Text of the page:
It is important to note that there can be more than one of each type of system requiring assignment in a particular molecule. For example, ephedrine exists in both 1-("R"), 2-("S") and 1-("S"), 2-("R") forms. A compound with the same formula also exists in 1-("R"), 2-("R") and 1-("S"), 2-("S"). Said stereoisomers are not ephedrine, but pseudoephedrine. They are chemically distinct from ephedrine, with only the three dimensional configuration in space, as notated by the Cahn–Ingold–Prelog rules to distinguish them in systematic nomenclature (both are 2-methylamino-1-phenyl-1-propanol in systematic nomenclature). The ephedrine enantiomers are referred to as being diastereoisomers of the pseudoephedrine enantiomers. In general where there are n stereocenters, there will be 2n stereoisomers possible. However, often there are situations where some of these stereoisomers are superposable, reducing the number of different molecules which actually exist.


is viewed from the re face. Hydride addition as in a reduction process from this side will form the S-enantiomer and attack from the opposite Si face will give the R-enantiomer.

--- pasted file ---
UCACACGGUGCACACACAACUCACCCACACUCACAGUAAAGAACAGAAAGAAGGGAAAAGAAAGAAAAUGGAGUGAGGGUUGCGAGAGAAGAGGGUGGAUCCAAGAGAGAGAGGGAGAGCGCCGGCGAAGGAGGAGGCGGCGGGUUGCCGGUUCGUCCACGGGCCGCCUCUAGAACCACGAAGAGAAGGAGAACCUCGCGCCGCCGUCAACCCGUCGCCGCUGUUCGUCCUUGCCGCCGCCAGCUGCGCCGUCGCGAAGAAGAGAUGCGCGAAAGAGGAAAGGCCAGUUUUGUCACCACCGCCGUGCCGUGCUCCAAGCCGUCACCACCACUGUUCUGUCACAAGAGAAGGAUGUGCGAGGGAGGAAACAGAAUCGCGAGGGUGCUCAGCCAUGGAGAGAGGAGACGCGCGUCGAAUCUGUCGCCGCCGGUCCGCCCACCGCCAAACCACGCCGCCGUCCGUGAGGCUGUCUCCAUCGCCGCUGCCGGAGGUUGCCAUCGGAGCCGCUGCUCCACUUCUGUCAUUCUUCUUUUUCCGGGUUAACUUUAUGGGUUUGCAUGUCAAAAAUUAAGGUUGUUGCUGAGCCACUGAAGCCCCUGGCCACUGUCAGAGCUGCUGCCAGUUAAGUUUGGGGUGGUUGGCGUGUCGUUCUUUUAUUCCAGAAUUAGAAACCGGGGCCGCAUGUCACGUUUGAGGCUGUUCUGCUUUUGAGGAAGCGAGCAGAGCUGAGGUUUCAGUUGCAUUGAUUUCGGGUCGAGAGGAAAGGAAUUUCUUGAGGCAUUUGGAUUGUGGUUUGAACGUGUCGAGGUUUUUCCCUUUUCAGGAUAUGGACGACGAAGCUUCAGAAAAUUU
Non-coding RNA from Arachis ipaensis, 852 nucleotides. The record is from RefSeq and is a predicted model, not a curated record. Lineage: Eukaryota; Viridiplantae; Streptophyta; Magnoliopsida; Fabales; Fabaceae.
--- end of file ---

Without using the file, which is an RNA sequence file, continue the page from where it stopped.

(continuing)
The following two papers define the CIP system. The papers provide a number of additional rules beyond the main points covered above, such as describing less common forms of stereoisomerism (such as chiral axes and planes), and resolving more difficult priority assignments. For example, note that the above rules fail to generate stereo descriptors for compounds such as (1"s",2"s",3"s")-1,2,3-trichlorocyclopropane (in which all three chlorine atoms are on the same side of the ring).

* Cite journal | author = Robert Sidney Cahn; Christopher Kelk Ingold; Vladimir Prelog
title = Specification of Molecular Chirality
journal = Angewandte Chemie International Edition
volume = 5
issue = 4
pages = 385–415
year = 1966
doi = 10.1002/anie.196603851

* cite journal | author = Vladimir Prelog | Günter Helmchen
title = Basic Principles of the CIP-System and Proposals for a Revision
journal = Angewandte Chemie International Edition
volume = 21
issue = 8
pages = 567–583
year = 1982
doi = 10.1002/anie.198205671

Other references:

* J. March. "Advanced Organic Chemistry" 3Ed. ISBN 0-471-85472-7
* IUPAC Rules for the Nomenclature of Organic Chemistry. Section E, Stereochemistry (Recommendations 1974). []